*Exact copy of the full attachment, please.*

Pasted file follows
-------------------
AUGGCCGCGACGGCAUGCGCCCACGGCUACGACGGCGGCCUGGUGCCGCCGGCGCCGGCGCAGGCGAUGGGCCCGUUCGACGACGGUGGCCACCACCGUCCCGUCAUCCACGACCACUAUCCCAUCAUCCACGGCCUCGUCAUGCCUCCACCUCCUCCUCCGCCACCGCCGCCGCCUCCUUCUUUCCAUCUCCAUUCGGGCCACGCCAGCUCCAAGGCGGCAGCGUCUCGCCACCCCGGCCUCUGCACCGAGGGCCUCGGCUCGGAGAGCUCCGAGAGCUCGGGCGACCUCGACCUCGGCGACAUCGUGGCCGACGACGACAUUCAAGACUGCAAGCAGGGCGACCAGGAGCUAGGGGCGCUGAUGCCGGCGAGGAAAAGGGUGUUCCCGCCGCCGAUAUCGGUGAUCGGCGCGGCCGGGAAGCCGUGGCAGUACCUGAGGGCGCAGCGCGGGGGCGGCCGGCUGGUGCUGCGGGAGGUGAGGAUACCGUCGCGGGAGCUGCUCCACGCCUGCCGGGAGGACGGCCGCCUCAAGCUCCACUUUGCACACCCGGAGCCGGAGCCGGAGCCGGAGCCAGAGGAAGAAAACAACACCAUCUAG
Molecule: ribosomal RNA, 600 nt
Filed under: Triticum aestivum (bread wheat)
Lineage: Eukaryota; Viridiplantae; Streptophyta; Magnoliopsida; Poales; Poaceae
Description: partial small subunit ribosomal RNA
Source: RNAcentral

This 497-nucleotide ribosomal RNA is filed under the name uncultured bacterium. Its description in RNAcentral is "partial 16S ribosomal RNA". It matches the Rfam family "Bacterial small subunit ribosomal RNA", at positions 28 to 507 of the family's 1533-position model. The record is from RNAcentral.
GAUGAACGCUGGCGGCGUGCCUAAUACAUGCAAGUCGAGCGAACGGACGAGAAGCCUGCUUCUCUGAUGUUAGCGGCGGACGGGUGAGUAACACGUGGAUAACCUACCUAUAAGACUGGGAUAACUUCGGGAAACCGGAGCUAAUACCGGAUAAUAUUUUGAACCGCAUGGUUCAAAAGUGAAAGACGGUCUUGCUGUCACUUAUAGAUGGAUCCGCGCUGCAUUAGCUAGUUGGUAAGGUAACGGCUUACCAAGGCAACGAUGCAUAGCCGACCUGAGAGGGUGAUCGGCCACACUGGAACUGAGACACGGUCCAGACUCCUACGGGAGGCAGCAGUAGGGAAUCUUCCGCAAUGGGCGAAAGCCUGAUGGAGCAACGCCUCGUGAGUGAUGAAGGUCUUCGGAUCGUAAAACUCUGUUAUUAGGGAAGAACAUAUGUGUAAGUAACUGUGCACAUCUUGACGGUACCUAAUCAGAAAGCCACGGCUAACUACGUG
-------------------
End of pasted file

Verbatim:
AUGGCCGCGACGGCAUGCGCCCACGGCUACGACGGCGGCCUGGUGCCGCCGGCGCCGGCGCAGGCGAUGGGCCCGUUCGACGACGGUGGCCACCACCGUCCCGUCAUCCACGACCACUAUCCCAUCAUCCACGGCCUCGUCAUGCCUCCACCUCCUCCUCCGCCACCGCCGCCGCCUCCUUCUUUCCAUCUCCAUUCGGGCCACGCCAGCUCCAAGGCGGCAGCGUCUCGCCACCCCGGCCUCUGCACCGAGGGCCUCGGCUCGGAGAGCUCCGAGAGCUCGGGCGACCUCGACCUCGGCGACAUCGUGGCCGACGACGACAUUCAAGACUGCAAGCAGGGCGACCAGGAGCUAGGGGCGCUGAUGCCGGCGAGGAAAAGGGUGUUCCCGCCGCCGAUAUCGGUGAUCGGCGCGGCCGGGAAGCCGUGGCAGUACCUGAGGGCGCAGCGCGGGGGCGGCCGGCUGGUGCUGCGGGAGGUGAGGAUACCGUCGCGGGAGCUGCUCCACGCCUGCCGGGAGGACGGCCGCCUCAAGCUCCACUUUGCACACCCGGAGCCGGAGCCGGAGCCGGAGCCAGAGGAAGAAAACAACACCAUCUAG
Molecule: ribosomal RNA, 600 nt
Filed under: Triticum aestivum (bread wheat)
Lineage: Eukaryota; Viridiplantae; Streptophyta; Magnoliopsida; Poales; Poaceae
Description: partial small subunit ribosomal RNA
Source: RNAcentral

This 497-nucleotide ribosomal RNA is filed under the name uncultured bacterium. Its description in RNAcentral is "partial 16S ribosomal RNA". It matches the Rfam family "Bacterial small subunit ribosomal RNA", at positions 28 to 507 of the family's 1533-position model. The record is from RNAcentral.
GAUGAACGCUGGCGGCGUGCCUAAUACAUGCAAGUCGAGCGAACGGACGAGAAGCCUGCUUCUCUGAUGUUAGCGGCGGACGGGUGAGUAACACGUGGAUAACCUACCUAUAAGACUGGGAUAACUUCGGGAAACCGGAGCUAAUACCGGAUAAUAUUUUGAACCGCAUGGUUCAAAAGUGAAAGACGGUCUUGCUGUCACUUAUAGAUGGAUCCGCGCUGCAUUAGCUAGUUGGUAAGGUAACGGCUUACCAAGGCAACGAUGCAUAGCCGACCUGAGAGGGUGAUCGGCCACACUGGAACUGAGACACGGUCCAGACUCCUACGGGAGGCAGCAGUAGGGAAUCUUCCGCAAUGGGCGAAAGCCUGAUGGAGCAACGCCUCGUGAGUGAUGAAGGUCUUCGGAUCGUAAAACUCUGUUAUUAGGGAAGAACAUAUGUGUAAGUAACUGUGCACAUCUUGACGGUACCUAAUCAGAAAGCCACGGCUAACUACGUG